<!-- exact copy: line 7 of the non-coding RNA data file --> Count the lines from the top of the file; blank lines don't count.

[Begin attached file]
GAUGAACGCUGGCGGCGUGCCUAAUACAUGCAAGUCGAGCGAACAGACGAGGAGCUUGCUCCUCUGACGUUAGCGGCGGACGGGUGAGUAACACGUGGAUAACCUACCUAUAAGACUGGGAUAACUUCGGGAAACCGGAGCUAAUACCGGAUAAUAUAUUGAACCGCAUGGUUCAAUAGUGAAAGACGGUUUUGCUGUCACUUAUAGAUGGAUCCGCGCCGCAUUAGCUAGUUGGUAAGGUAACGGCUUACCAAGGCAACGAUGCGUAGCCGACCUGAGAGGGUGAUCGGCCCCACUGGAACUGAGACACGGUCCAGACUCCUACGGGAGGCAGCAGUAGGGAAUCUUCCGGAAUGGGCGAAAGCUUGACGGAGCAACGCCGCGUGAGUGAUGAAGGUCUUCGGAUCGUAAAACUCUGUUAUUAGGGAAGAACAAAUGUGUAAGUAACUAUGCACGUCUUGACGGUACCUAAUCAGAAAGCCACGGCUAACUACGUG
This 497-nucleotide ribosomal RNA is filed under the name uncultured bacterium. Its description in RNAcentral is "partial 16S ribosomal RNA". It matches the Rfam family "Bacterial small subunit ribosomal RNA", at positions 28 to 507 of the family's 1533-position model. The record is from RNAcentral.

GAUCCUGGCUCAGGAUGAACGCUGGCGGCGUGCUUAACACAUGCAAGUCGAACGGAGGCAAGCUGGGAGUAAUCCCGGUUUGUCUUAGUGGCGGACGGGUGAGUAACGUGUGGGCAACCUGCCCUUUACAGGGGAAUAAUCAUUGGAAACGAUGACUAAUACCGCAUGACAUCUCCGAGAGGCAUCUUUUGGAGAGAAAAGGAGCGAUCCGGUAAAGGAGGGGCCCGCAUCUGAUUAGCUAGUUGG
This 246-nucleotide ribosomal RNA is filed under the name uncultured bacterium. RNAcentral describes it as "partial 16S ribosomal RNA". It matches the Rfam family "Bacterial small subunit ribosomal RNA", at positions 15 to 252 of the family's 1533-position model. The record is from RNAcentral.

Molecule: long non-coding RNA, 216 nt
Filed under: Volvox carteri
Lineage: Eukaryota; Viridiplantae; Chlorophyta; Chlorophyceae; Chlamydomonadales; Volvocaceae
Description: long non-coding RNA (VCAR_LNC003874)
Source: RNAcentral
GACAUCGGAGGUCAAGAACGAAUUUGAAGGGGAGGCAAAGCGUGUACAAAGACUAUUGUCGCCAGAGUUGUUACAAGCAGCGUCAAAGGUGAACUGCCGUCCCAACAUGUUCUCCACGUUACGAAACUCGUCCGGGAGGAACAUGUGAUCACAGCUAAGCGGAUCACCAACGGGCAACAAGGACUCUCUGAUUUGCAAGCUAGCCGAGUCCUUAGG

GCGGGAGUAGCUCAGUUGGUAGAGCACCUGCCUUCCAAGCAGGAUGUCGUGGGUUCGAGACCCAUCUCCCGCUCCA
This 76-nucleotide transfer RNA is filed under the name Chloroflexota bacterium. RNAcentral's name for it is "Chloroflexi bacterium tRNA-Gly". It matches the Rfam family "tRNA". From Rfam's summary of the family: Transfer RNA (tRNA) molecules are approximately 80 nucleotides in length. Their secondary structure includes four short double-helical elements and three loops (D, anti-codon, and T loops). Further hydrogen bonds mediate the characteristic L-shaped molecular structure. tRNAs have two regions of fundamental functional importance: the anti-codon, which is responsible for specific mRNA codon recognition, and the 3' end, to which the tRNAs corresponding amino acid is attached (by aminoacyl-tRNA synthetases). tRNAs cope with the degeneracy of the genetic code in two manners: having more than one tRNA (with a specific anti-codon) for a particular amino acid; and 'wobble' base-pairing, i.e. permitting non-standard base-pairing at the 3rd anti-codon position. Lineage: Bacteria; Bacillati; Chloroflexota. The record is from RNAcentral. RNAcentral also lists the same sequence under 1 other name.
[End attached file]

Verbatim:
Lineage: Eukaryota; Viridiplantae; Chlorophyta; Chlorophyceae; Chlamydomonadales; Volvocaceae